Going from paper tickets, to e-tickets, to now being able to use your phone as a form of entry. We’ve come along way in the terms of technology moving forward. Most festivals nowadays use this form of method, and people seem to benefit well from it all.

Looking into this further, we carried out a survey which asked people which form of payment method would they prefer to use at festivals?

Paper tickets, fabric wristbands and cash:

  • Generation Z – 20%
  • Millennials – 17%
  • Generation X – 31%
  • Baby boomers – 32%

RFID technology wristband entry and preloaded with cash:

  • Generation Z – 16%
  • Millennials – 18%
  • Generation X – 45%
  • Baby boomers – 21%

Mobile ticket entry, contactless card and smart watch payments:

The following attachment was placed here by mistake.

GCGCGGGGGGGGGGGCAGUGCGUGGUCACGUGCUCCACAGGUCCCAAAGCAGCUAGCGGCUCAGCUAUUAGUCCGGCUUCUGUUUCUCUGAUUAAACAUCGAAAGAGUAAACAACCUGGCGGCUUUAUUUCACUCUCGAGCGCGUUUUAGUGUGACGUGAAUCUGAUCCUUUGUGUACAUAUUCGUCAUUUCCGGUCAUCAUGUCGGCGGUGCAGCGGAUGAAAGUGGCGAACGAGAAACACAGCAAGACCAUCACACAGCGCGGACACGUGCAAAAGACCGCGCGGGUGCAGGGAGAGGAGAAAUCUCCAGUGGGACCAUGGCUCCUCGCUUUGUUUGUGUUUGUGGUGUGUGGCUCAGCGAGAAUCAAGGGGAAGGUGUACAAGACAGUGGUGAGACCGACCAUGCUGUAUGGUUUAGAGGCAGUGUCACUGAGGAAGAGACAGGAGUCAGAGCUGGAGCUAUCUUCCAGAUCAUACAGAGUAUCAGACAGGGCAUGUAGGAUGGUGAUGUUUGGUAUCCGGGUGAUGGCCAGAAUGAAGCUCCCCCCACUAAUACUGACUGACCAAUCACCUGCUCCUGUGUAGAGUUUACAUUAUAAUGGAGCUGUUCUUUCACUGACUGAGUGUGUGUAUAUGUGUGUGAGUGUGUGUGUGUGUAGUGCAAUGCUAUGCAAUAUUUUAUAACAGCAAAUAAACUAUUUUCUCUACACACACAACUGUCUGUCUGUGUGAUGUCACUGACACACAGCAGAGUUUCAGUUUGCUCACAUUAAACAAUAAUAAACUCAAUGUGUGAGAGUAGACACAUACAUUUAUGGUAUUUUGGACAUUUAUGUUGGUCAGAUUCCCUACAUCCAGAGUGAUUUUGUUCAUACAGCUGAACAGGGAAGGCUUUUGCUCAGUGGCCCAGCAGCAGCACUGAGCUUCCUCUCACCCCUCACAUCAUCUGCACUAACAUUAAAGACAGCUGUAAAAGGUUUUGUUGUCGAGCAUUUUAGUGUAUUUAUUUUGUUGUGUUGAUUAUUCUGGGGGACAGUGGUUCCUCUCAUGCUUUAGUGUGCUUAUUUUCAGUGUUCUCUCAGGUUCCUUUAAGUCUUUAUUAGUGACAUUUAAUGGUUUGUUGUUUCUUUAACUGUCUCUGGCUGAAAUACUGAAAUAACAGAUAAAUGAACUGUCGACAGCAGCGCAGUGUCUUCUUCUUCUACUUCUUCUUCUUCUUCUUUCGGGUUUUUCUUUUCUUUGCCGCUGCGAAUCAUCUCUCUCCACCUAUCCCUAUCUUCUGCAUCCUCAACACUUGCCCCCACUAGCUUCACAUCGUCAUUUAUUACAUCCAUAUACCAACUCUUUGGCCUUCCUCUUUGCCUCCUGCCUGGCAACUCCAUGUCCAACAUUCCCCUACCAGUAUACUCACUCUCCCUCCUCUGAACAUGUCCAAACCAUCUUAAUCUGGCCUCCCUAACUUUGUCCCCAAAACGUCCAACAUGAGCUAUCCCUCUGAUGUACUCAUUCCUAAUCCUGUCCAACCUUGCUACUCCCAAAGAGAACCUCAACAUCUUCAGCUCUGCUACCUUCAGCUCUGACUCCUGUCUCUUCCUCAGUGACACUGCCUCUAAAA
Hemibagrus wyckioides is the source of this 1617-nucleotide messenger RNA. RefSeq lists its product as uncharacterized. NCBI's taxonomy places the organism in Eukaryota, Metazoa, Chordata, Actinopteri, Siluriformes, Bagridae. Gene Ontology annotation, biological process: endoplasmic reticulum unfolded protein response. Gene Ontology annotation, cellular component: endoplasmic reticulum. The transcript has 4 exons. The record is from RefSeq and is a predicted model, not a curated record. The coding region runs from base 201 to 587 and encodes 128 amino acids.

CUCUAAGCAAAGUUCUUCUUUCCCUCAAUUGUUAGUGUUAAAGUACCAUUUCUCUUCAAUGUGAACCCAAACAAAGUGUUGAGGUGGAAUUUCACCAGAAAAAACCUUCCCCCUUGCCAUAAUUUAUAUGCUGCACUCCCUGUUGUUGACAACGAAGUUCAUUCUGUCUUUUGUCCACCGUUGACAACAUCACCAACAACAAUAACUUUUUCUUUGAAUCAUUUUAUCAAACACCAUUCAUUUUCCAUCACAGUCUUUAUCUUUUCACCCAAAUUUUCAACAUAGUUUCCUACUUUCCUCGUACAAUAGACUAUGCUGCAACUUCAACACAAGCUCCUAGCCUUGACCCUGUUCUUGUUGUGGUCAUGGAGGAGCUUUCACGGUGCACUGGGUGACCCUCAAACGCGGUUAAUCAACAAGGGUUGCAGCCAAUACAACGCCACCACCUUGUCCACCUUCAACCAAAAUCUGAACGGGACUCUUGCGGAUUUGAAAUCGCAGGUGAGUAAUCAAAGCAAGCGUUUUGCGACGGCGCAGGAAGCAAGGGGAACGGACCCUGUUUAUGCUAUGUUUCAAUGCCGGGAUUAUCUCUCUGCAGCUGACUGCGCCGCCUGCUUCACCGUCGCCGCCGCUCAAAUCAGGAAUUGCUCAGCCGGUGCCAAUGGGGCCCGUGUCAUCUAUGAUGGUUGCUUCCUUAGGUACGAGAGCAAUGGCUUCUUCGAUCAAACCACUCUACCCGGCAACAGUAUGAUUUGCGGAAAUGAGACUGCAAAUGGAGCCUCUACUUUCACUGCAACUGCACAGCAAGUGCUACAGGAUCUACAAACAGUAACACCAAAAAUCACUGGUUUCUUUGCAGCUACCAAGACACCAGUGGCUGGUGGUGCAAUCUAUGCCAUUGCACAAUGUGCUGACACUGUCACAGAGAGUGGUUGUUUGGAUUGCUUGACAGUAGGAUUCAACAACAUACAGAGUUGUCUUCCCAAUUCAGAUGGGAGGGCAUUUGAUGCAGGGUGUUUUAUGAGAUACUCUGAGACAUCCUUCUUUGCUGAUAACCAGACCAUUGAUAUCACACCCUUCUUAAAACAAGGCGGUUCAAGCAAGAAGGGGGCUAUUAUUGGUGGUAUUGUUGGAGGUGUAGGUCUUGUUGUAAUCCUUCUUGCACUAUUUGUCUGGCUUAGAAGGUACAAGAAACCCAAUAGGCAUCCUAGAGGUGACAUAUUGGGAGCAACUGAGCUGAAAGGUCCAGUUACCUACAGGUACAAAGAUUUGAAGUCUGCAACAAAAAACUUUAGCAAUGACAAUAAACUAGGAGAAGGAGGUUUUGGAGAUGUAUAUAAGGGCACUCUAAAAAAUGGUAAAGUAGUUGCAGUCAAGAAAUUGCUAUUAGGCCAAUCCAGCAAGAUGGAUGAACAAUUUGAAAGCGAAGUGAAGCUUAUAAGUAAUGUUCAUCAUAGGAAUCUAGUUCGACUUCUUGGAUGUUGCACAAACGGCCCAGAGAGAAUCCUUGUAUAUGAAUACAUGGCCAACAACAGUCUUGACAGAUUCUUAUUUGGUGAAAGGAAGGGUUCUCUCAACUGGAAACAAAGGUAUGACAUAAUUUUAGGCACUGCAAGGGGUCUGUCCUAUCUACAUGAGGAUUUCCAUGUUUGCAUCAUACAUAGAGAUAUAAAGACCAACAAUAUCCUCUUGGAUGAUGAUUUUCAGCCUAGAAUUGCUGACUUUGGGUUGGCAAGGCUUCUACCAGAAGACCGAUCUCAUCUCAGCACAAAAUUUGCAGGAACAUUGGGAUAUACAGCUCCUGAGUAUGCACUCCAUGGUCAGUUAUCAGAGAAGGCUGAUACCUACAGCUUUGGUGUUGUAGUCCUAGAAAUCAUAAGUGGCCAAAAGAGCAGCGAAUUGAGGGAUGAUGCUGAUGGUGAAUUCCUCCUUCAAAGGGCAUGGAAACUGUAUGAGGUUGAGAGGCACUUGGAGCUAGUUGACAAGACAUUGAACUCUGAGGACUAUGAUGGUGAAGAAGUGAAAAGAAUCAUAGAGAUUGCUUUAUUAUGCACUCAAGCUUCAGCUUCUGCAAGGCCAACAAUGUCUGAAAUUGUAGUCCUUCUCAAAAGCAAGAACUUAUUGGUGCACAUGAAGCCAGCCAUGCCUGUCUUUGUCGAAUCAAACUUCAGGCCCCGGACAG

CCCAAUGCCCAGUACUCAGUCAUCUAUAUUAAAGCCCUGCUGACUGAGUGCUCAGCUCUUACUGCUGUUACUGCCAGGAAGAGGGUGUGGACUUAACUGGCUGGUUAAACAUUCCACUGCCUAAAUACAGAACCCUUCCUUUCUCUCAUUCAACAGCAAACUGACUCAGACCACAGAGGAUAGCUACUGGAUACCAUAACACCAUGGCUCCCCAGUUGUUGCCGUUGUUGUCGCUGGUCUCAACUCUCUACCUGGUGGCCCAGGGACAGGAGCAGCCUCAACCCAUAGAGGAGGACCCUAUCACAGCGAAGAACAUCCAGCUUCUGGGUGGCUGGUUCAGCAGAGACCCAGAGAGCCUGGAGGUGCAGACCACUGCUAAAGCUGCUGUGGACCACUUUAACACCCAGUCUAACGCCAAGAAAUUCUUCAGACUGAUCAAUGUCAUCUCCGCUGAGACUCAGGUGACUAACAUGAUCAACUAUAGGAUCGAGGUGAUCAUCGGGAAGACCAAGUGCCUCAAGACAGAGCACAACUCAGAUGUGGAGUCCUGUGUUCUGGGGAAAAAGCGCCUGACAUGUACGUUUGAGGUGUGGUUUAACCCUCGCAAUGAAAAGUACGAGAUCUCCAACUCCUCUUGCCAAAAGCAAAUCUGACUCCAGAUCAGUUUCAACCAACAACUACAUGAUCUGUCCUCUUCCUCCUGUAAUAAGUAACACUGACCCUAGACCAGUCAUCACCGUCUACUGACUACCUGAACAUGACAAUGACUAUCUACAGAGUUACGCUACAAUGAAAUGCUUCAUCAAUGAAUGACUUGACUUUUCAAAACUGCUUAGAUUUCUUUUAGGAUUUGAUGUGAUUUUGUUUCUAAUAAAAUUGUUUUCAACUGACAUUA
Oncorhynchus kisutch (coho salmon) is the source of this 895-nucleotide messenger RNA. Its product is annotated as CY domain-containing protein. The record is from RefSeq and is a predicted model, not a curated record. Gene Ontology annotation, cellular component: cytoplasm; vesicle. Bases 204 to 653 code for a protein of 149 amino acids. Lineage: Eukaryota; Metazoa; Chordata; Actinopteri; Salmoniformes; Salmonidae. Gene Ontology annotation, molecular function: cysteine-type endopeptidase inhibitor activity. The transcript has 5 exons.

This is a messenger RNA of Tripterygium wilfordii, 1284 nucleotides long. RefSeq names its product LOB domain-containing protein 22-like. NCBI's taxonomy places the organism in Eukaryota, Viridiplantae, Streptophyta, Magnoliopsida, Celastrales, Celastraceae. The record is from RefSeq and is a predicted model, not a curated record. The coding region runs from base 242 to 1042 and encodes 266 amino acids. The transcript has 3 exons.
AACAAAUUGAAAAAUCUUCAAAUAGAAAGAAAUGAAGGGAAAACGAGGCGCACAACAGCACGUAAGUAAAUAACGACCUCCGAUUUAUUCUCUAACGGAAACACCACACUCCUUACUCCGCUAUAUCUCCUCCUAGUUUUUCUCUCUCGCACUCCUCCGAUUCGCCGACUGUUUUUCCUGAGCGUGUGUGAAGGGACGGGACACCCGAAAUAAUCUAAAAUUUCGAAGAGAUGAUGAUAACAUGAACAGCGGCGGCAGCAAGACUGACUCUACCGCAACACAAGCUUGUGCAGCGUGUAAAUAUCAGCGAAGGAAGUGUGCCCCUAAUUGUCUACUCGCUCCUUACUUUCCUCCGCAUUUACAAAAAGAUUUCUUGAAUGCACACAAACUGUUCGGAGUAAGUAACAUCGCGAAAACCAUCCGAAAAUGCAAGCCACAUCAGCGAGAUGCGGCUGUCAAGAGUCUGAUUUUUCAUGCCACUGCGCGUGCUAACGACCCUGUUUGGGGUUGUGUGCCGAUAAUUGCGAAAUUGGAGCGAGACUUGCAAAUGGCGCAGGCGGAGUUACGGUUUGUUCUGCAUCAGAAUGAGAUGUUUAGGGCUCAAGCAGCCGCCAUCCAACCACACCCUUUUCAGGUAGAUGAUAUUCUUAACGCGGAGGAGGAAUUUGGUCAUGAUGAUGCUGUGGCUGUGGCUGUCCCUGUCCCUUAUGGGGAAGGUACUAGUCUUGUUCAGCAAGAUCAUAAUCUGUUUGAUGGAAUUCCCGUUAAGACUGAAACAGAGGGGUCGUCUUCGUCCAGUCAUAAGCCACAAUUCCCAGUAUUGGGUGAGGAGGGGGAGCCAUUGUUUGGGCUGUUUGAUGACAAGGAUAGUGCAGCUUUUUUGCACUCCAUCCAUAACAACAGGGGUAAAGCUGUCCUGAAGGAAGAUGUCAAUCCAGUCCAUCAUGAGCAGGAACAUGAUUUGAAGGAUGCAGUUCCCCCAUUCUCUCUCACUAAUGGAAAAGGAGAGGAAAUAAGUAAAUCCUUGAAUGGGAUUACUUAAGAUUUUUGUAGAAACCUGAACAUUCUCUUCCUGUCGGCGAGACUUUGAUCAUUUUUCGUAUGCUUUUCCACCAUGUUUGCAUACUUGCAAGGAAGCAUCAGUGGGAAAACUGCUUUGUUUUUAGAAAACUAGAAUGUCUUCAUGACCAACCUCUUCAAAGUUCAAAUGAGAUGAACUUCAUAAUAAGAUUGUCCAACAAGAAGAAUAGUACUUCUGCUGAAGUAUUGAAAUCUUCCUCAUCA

• Generation Z – 24%
  • Millennials – 48%
  • Generation X – 18%
  • Baby boomers – 10%

There’s also the security sides of things too, the device is able to identify each individual person upon entry. This is via ticket holders providing a photo for their identification. This will tackle fake ticket problems some festivals receive. We want to be able to reduce the number of fake tickets being sold, as of course it’s a crucial loss for festivals.

Our latest advancements

Top five latest technology advancements for festivals:

  1. Holographic concerts – Performances from past stars such as Michael Jackson have been reborn on stage for fans.
  2. Virtual tours – A simulated festival experience which gives people the opportunity to experience behind the scenes and areas where no one gets to go to.